Thank you.!
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Re: Both England and France were major colonial powers, but unlike the Fre  [#permalink]

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New post 18 May 2016, 01:14
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thouch i choose e, i think both c and e are correct.

we need full explanation of c because this is not official.
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Re: Both England and France were major colonial powers, but unlike the Fre  [#permalink]

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New post 24 May 2016, 00:04
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thangvietnam MeghaP

Both of your concerns touch on the same issue. The idea is that we are comparing the English and French. Both "that considered" in choice A and "considering" in choice C create essential noun modifiers that change the noun in question from just to French to a particular subset of the French: those who considered their colonies part of France itself.

Consider the differences among these sentences:
Unlike humans breathing air, fish extract oxygen from the water.
Unlike humans who breathe air, fish extract oxygen from the water.
Unlike humans, who breathe air, fish extract oxygen from the water.

In the first two examples, we narrow down humans to a subset: those who breathe air. This is silly, since of course all humans breathe air. We want to compare fish to all humans. Only the third sentence, which uses commas to set off its non-essential modifier (as I am doing right now), correctly compares humans (as opposed to a subset of humans) to fish.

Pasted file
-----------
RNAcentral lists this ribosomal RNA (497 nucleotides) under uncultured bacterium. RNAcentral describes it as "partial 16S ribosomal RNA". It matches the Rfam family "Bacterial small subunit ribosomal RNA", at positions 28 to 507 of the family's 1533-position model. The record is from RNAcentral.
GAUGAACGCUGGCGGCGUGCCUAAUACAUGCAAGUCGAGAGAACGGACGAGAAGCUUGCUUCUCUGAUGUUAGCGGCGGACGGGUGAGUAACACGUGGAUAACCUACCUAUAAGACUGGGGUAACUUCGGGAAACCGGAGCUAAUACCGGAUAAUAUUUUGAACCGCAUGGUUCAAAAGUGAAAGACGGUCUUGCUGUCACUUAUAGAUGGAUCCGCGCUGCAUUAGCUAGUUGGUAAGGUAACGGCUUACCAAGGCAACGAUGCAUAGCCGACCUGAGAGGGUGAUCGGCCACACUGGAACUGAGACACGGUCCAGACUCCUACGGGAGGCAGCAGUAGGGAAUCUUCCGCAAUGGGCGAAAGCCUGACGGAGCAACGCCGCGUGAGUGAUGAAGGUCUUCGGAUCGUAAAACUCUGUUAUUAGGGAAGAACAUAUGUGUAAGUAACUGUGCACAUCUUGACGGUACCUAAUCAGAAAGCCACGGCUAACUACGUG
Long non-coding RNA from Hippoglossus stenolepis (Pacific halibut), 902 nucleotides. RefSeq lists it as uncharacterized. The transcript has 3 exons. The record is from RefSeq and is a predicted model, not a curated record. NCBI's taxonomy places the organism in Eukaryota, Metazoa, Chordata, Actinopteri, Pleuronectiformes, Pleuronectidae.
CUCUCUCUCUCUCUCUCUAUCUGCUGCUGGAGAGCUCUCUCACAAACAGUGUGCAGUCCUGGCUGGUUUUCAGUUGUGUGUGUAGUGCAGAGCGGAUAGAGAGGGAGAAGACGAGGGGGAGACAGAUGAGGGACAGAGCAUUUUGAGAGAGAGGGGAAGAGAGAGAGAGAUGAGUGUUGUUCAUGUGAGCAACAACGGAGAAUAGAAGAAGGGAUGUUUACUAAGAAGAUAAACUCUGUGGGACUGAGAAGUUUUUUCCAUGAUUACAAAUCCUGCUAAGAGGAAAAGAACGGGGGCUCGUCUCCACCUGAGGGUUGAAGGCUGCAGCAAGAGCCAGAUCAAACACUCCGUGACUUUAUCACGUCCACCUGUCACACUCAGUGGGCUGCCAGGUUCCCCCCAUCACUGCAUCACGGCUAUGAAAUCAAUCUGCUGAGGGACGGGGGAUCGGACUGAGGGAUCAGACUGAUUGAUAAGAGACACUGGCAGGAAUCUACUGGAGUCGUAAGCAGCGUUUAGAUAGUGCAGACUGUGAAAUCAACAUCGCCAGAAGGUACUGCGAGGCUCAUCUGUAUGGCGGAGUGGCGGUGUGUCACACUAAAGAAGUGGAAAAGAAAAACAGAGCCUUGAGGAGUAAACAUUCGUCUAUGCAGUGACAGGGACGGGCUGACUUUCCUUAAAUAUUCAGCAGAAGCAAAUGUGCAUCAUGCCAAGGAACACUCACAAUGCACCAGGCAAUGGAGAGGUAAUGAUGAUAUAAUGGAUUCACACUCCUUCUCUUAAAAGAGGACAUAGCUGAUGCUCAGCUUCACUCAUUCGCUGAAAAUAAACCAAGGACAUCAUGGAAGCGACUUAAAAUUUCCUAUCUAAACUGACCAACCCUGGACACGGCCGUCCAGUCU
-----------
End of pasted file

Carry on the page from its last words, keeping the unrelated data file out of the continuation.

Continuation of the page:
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Re: Both England and France were major colonial powers, but unlike the Fre  [#permalink]

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New post 24 May 2016, 01:13
DmitryFarber wrote:
thangvietnam MeghaP

Both of your concerns touch on the same issue. The idea is that we are comparing the English and French. Both "that considered" in choice A and "considering" in choice C create essential noun modifiers that change the noun in question from just to French to a particular subset of the French: those who considered their colonies part of France itself.

Consider the differences among these sentences:
Unlike humans breathing air, fish extract oxygen from the water.
Unlike humans who breathe air, fish extract oxygen from the water.
Unlike humans, who breathe air, fish extract oxygen from the water.

In the first two examples, we narrow down humans to a subset: those who breathe air. This is silly, since of course all humans breathe air. We want to compare fish to all humans. Only the third sentence, which uses commas to set off its non-essential modifier (as I am doing right now), correctly compares humans (as opposed to a subset of humans) to fish.